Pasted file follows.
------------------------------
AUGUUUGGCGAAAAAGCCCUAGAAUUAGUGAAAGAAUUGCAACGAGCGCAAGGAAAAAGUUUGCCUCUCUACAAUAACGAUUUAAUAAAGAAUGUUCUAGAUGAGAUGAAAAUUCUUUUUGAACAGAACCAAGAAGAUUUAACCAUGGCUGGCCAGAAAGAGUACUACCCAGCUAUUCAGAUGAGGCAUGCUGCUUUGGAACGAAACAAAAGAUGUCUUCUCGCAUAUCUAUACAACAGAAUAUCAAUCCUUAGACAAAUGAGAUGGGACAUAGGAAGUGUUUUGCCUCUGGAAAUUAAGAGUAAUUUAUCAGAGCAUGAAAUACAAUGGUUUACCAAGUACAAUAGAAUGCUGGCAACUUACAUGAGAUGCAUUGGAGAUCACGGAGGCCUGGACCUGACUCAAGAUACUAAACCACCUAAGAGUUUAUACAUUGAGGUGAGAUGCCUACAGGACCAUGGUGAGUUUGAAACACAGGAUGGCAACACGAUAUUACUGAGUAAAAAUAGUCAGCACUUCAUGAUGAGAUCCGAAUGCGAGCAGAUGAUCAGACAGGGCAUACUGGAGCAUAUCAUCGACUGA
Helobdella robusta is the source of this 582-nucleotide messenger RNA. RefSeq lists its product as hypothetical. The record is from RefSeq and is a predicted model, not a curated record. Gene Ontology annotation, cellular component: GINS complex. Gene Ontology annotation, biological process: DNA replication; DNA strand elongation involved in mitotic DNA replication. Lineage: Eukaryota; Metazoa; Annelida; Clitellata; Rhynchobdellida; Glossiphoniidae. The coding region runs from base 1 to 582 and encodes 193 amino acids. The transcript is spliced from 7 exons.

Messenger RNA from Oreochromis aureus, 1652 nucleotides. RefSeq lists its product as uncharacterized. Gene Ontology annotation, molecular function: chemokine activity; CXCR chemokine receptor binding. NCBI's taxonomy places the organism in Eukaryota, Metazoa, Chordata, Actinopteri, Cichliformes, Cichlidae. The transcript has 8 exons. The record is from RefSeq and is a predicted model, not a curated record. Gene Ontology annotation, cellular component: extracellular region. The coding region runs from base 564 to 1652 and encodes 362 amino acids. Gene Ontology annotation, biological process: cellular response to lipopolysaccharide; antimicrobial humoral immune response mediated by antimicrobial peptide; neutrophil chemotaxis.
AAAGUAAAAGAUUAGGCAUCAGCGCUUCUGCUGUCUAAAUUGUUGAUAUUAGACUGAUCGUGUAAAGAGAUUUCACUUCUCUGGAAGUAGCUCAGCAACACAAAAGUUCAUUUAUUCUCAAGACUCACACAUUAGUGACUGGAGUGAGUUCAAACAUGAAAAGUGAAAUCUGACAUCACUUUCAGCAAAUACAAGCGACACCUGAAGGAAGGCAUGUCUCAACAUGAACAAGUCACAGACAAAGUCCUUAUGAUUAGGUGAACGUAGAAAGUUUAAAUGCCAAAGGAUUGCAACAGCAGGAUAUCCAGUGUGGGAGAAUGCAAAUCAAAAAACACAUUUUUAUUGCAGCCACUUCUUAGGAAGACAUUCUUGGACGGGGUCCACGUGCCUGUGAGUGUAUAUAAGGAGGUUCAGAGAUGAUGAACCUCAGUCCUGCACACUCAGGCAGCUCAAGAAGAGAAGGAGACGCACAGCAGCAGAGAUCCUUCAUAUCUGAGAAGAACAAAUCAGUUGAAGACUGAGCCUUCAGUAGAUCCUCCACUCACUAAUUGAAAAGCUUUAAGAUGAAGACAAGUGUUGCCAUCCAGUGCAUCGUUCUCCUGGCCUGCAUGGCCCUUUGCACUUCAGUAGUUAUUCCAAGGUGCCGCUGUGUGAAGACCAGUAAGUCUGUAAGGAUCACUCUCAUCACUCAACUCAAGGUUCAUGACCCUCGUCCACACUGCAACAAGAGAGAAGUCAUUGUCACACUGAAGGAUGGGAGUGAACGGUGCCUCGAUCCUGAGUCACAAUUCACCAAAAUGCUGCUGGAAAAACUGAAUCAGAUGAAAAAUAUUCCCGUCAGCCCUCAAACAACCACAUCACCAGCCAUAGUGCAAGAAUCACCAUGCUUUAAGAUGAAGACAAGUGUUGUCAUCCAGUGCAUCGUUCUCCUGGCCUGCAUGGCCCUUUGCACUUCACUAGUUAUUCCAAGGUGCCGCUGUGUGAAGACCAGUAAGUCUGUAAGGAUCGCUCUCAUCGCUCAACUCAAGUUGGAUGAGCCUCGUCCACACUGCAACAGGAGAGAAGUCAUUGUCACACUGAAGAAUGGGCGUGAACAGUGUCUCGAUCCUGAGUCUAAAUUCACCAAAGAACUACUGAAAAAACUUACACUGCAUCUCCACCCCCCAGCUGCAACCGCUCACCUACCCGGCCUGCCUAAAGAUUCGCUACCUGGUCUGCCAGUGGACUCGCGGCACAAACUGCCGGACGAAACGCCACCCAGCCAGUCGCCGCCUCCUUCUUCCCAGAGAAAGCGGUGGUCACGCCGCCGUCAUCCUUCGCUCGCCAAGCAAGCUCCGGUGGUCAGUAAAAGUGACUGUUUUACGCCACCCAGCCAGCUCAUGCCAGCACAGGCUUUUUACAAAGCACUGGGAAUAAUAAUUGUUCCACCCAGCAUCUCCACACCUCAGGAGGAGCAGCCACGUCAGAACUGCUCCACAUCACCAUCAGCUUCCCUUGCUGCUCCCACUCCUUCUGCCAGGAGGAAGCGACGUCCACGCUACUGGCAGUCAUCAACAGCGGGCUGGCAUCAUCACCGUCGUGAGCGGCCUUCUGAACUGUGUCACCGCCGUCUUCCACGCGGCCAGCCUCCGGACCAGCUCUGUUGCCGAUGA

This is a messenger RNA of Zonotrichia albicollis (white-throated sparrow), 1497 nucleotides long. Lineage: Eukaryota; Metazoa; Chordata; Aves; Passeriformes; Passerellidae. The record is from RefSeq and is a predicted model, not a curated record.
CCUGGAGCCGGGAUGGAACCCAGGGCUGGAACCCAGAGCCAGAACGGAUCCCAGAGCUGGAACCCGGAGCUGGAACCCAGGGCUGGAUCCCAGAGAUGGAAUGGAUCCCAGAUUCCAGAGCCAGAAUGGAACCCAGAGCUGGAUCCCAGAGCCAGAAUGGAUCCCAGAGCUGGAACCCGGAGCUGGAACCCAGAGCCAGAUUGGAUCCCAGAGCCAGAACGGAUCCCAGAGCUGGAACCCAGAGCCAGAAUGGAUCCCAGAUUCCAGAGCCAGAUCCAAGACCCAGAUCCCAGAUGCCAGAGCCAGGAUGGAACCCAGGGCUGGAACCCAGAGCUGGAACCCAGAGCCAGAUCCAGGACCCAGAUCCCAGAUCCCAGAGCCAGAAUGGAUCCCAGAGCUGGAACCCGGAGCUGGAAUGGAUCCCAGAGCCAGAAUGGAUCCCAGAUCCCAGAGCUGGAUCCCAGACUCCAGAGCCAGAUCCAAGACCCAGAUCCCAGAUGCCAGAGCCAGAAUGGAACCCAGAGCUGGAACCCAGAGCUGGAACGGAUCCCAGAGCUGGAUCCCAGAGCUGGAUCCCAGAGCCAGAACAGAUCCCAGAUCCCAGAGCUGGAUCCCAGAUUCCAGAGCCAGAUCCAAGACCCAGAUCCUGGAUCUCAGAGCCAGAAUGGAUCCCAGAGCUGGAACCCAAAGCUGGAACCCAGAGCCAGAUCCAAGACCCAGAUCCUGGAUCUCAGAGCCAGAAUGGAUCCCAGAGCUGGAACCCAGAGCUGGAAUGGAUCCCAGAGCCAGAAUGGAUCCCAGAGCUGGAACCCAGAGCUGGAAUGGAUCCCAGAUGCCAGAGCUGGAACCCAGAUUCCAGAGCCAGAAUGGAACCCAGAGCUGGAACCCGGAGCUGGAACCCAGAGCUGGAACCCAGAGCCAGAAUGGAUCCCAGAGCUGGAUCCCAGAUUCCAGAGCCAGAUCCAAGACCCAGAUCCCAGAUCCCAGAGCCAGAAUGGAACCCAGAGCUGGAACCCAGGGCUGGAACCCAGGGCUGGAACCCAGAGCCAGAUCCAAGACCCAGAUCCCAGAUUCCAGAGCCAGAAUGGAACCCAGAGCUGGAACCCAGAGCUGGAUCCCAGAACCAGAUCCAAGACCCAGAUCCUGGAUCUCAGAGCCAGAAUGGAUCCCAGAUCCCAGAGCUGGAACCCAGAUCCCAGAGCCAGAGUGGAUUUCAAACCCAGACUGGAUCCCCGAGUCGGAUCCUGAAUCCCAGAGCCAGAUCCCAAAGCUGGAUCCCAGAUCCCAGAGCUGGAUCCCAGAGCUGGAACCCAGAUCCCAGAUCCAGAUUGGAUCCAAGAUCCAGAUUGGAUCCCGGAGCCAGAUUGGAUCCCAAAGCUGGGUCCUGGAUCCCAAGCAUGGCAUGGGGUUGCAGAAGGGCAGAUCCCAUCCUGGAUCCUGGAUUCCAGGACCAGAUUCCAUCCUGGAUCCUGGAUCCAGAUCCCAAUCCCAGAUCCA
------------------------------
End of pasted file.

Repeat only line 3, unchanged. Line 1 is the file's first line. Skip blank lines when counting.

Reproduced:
Messenger RNA from Oreochromis aureus, 1652 nucleotides. RefSeq lists its product as uncharacterized. Gene Ontology annotation, molecular function: chemokine activity; CXCR chemokine receptor binding. NCBI's taxonomy places the organism in Eukaryota, Metazoa, Chordata, Actinopteri, Cichliformes, Cichlidae. The transcript has 8 exons. The record is from RefSeq and is a predicted model, not a curated record. Gene Ontology annotation, cellular component: extracellular region. The coding region runs from base 564 to 1652 and encodes 362 amino acids. Gene Ontology annotation, biological process: cellular response to lipopolysaccharide; antimicrobial humoral immune response mediated by antimicrobial peptide; neutrophil chemotaxis.